An Indian bride who had her groom arrested during their wedding has become an overnight sensation in India, the BBC reports. Twenty-one-year-old Nisha Sharma called police when the groom’s family forcibly demanded $25,000 in cash minutes before the ceremony. Though dowries are illegal in India, they remain commonplace. The Indian media throughout the country has applauded Sharma’s courageous stand, with Indian feminists calling her as a role model for young girls. “This young girl has brought about a revolution,” Vandana Sharma of the Women’s Empowerment Committee told the AP. “She is a heroine.” The publicity has prompted a deluge of new marriage proposals for Sharma. Meanwhile, while the groom serves his 14-day prison sentence, pending formal charges against dowries, police continue seeking other members of his family.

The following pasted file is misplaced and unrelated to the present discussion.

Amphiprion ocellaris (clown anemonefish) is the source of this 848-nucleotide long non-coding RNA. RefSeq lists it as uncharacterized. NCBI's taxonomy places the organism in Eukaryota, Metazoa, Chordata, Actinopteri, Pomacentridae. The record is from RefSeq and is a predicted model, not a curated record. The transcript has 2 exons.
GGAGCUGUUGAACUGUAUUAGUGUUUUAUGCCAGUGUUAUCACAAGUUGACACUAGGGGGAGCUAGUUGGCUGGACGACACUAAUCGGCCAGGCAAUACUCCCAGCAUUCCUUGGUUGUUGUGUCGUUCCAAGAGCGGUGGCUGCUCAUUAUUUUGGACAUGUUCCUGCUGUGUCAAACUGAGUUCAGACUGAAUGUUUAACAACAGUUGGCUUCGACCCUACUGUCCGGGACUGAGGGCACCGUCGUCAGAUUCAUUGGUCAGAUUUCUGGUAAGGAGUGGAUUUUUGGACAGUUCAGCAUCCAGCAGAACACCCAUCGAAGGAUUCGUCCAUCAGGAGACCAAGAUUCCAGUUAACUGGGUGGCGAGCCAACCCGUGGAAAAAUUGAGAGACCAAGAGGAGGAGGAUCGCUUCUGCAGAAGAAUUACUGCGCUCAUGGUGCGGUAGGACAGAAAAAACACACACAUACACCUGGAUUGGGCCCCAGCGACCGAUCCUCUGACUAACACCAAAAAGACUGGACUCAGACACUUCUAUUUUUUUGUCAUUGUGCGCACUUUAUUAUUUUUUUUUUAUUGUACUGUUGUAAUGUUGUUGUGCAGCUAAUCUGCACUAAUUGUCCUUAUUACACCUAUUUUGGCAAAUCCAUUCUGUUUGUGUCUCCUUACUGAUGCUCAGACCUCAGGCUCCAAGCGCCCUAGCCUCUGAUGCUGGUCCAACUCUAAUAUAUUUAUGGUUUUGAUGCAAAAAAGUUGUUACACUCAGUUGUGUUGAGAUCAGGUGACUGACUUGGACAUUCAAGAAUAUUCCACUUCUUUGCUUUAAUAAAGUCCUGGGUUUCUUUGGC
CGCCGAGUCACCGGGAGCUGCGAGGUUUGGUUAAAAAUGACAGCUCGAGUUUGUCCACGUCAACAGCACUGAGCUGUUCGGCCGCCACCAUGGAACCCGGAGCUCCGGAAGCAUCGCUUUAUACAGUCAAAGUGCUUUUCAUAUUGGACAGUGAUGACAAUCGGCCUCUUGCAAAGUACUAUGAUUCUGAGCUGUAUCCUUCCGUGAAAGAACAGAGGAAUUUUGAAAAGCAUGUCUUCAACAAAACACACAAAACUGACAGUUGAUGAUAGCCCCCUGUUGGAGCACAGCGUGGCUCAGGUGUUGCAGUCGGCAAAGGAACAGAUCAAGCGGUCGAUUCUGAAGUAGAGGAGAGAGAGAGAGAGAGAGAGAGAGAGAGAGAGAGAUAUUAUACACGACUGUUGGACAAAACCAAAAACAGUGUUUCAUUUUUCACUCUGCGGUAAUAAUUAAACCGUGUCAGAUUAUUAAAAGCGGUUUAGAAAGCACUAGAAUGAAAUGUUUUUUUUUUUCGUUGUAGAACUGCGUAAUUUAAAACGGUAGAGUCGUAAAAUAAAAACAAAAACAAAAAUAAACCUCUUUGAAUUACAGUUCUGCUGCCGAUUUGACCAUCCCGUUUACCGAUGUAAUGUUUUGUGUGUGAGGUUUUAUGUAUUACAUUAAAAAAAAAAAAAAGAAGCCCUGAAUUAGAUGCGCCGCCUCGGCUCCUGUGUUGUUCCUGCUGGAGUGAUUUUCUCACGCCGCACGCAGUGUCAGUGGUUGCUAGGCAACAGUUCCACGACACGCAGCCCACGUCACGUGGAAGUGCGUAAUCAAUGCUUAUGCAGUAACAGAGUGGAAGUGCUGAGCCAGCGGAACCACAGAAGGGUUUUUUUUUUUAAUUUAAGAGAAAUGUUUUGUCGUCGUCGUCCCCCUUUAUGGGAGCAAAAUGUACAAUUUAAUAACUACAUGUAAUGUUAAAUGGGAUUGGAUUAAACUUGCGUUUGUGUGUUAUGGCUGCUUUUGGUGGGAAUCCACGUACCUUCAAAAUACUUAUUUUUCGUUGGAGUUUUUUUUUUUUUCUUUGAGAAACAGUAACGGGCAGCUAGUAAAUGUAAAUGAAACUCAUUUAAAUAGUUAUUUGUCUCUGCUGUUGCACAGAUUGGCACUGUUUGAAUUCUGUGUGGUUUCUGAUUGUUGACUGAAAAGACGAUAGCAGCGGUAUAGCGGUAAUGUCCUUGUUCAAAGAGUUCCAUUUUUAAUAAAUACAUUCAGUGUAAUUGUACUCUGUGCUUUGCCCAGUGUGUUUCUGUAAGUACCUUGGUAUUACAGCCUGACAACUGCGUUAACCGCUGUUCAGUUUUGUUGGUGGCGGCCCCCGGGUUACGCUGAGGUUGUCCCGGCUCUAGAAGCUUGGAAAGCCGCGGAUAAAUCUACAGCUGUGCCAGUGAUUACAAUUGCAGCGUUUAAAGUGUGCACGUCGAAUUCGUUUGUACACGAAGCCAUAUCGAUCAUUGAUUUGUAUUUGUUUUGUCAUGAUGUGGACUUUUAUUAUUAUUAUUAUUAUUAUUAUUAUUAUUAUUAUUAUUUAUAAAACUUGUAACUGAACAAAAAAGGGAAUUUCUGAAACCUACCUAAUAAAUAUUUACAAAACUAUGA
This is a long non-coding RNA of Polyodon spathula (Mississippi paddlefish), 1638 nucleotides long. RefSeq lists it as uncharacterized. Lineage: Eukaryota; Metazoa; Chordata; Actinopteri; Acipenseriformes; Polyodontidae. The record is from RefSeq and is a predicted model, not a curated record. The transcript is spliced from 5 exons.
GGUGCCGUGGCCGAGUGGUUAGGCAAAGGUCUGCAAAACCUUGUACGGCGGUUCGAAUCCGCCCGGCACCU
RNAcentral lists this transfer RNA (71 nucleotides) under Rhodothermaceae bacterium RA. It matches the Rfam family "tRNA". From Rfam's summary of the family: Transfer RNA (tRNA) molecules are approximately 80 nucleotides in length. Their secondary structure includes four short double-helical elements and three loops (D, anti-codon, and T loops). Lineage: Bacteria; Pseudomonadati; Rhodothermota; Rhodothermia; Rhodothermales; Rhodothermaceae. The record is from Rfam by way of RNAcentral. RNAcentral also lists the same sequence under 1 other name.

Social prejudices continue to persist in India, where daughters are traditionally viewed as financial burdens on the family while sons are considered providers. High abortion rates of female fetuses have pushed the government to ban doctors from revealing the sex of unborn children, according to the Associated Press. In addition, thousands of brides die every year, oftentimes burned alive when families are late with dowry payments, or refuse to pay altogether. Almost 7,000 dowry deaths occurred in India in 2001, the AP reports. In the capital of New Delhi, police report such deaths are rising, with 1,902 cases already recorded in 2003. “With my voice, I hope many girls will stand with me,” Sharma told the AP. “I am proud of myself because I have done something really great for others.”